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Irish Cancer Society to reinstate hardship payments for young patients

Published 13/01/2016

The Irish Cancer Society hardship payments aim to help families make up for money lost while undergoing cancer treatment
The Irish Cancer Society hardship payments aim to help families make up for money lost while undergoing cancer treatment

Ireland's leading cancer charity has said it will reinstate hardship payments to children battling the disease, but not adults.

The Irish Cancer Society apologised for the upset it caused in its shock scrapping of the well-used scheme, which helps thousands every year to pay their everyday bills while undergoing medical treatment.

Last year alone, the fund gave out 1.8 million euro in payments to 2,500 cancer sufferers, 200 of whom were children.

But after an outpouring of upset over the cost-cutting move, the charity said it is "reversing" its decision to discontinue payments to children suffering from cancer and their families.

"This fund for children will now be maintained and the financial support for families of children with cancer will now continue," a spokeswoman said.

"We deeply regret and apologise for the upset which our decision has caused and we hope that this announcement that we are restoring financial support for the more than 200 children and families affected by cancer every year will ease that hurt."

The scheme for adults ends on January 31.

The Irish Cancer Society said it will work to find savings elsewhere to raise around 200,000 euro needed for the hardship payments to children this year.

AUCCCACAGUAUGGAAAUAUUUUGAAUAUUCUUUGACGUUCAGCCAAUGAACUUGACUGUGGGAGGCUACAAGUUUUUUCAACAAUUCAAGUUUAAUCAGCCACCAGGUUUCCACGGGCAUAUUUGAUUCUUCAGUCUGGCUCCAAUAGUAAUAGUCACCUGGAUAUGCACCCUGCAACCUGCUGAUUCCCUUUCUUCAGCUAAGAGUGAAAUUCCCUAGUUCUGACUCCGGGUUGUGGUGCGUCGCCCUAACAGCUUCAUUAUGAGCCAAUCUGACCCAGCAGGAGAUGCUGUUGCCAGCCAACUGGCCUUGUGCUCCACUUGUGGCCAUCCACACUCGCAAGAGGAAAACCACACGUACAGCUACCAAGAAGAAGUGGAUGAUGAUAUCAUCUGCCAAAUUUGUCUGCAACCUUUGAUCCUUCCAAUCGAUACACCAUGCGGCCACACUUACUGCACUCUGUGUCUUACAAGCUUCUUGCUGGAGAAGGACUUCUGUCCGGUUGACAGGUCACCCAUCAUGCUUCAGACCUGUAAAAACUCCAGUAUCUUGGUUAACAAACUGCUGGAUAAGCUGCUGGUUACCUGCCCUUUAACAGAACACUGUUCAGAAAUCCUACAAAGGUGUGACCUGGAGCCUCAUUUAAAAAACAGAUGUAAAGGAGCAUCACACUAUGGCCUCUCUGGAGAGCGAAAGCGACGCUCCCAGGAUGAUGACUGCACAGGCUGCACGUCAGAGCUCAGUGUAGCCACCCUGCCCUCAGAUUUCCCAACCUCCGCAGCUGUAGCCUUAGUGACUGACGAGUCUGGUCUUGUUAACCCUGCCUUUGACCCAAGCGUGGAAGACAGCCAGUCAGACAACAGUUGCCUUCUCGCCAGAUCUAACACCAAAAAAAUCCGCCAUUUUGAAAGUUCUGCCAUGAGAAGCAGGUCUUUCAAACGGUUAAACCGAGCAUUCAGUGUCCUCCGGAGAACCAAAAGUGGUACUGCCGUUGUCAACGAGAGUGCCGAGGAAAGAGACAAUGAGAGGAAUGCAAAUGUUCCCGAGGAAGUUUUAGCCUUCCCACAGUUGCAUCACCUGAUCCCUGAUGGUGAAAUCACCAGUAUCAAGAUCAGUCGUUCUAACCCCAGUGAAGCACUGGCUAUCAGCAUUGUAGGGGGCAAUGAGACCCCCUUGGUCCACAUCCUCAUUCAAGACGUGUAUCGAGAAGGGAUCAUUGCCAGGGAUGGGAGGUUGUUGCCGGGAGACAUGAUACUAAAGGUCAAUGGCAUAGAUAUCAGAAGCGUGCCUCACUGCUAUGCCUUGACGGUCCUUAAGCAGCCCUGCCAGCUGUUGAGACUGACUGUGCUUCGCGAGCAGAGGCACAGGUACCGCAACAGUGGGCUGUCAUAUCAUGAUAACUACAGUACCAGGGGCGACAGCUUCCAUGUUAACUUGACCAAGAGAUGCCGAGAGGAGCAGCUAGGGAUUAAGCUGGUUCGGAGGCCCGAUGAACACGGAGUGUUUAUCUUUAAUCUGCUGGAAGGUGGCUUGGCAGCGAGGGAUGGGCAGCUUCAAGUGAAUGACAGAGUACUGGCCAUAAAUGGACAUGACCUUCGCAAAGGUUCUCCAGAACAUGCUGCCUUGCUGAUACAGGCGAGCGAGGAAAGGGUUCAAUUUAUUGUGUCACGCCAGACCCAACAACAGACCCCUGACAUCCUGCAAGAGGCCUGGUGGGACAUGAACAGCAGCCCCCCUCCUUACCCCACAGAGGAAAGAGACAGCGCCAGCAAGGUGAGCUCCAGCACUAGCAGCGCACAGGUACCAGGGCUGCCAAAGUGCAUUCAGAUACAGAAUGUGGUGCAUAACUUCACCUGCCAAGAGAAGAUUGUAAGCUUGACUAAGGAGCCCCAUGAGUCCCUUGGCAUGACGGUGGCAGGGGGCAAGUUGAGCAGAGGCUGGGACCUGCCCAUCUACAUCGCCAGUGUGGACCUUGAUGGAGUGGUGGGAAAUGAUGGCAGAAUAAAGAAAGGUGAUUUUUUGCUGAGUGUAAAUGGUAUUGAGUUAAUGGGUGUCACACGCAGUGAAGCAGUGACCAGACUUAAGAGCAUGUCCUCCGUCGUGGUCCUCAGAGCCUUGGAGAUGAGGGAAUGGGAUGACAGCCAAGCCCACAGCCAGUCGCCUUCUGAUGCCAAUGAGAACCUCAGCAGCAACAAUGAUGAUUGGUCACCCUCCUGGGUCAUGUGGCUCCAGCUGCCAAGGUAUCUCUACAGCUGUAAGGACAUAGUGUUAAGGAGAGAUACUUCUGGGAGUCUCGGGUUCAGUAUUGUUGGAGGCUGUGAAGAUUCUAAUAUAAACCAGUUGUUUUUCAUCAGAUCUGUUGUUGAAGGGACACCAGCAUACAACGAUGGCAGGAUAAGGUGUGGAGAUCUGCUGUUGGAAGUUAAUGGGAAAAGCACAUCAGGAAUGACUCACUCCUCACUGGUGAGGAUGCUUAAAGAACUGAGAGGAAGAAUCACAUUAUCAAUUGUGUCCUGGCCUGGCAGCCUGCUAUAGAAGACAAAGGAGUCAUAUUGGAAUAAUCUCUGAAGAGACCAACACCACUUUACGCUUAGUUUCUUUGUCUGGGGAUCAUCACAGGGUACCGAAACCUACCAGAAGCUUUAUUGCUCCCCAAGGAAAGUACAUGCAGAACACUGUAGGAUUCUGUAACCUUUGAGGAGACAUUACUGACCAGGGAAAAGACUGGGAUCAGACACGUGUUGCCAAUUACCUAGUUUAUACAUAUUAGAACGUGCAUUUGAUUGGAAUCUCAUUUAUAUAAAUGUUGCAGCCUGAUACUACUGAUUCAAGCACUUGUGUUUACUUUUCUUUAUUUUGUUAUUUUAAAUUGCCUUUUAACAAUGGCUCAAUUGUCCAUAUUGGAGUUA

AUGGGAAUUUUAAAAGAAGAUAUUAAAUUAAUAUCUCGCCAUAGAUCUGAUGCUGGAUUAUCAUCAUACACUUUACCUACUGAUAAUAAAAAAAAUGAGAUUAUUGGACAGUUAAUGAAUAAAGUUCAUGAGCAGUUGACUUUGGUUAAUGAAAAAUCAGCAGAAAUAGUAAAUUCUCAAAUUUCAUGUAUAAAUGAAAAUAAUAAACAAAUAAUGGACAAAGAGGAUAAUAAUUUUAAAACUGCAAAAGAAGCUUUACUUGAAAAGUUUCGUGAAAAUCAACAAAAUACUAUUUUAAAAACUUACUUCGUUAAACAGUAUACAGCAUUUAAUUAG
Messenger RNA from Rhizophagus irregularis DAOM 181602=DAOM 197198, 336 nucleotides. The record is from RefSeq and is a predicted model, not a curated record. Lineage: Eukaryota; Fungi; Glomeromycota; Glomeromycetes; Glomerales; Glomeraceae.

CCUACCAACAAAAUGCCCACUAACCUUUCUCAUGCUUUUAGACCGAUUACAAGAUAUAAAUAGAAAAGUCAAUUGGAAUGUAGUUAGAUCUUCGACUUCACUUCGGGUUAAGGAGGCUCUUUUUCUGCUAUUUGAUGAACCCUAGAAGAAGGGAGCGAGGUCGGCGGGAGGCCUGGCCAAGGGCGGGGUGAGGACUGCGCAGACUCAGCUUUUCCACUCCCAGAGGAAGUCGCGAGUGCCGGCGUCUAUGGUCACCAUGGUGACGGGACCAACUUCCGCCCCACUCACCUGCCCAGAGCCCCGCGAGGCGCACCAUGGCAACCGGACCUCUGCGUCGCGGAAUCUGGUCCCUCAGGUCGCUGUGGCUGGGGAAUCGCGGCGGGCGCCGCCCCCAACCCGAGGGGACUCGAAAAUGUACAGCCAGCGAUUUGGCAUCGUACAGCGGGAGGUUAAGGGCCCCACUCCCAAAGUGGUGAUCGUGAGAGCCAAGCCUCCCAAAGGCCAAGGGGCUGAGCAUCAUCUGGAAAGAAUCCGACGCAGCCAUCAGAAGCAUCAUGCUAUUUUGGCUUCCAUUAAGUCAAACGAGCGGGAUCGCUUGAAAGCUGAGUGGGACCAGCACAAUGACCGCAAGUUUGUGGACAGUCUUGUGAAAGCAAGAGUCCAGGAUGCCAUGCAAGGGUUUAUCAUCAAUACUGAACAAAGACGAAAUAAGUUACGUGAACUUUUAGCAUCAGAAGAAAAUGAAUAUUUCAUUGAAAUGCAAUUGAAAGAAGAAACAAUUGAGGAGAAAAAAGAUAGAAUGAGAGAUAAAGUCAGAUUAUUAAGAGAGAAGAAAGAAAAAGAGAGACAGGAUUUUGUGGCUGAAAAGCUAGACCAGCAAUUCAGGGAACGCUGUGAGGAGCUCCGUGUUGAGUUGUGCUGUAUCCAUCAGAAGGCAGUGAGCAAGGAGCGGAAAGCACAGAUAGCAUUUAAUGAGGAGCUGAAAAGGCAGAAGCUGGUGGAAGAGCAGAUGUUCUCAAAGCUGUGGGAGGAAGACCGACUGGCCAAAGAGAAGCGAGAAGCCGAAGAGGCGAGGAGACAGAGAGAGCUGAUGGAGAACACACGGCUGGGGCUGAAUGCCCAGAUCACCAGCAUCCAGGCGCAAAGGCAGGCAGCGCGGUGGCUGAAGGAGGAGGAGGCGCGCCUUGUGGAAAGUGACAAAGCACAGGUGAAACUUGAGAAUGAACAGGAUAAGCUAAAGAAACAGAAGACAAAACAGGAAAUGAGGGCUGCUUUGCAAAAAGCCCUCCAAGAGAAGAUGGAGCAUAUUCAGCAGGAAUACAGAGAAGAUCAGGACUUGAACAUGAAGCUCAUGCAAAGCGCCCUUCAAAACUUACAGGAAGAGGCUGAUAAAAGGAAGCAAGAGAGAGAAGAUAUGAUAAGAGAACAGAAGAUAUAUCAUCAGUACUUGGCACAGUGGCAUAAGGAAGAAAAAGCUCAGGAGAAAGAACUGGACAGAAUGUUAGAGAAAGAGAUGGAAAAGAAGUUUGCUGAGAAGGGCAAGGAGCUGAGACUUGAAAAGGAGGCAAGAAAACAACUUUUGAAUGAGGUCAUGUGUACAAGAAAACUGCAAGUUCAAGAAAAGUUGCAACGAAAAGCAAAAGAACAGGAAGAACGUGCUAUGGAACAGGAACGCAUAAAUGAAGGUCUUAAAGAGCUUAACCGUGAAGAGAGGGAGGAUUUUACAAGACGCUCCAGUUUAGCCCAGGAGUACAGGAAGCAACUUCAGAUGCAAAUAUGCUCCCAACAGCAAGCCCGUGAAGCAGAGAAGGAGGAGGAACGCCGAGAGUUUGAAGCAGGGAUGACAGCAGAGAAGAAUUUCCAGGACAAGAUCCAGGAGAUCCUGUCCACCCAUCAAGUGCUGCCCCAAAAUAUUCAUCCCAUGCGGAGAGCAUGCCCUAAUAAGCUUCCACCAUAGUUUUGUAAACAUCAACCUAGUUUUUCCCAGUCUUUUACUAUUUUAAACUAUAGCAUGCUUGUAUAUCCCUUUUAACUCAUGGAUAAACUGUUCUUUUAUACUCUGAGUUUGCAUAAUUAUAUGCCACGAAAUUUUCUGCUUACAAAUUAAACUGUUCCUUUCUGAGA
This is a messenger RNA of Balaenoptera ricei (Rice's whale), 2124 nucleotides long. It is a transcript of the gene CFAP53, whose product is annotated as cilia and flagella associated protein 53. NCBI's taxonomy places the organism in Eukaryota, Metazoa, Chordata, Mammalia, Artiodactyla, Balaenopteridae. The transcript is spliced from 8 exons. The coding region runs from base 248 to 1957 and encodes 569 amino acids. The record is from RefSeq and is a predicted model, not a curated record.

"The Society has already made significant cuts in expenditure, including cutting staff costs, by over three quarters of a million," the spokeswoman added.

"This includes not covering maternity leaves, the non-filling of a number of vacancies and a small number of staff redundancies.

"We need the public to support us now more than ever."

In an earlier announcement, the charity said it could no longer afford the hardship payments.

Demand for financial help has soared since the economic crash eight years ago, forcing it to choose between the scheme and the other free services it provides, it said.

The financial support programme issued one-off payments to cancer patients and their families if they were unable to pay for food, fuel, home help, respite, childcare or travel and accommodation costs linked to their treatment.

The payments were capped at 1,000 euro per application, or 2,500 euro over three years for the family of a child with cancer.

Cancer patients can lose up to 17,000 euro a year in their income while undergoing treatment, a study by the charity found last year.

The Real Cost of Cancer report revealed sufferers had to come up with as much as 862 euro extra every month for costs associated with their illness.

Those who are forced out of work or who have to work less lose as much as 1,400 euro a month.

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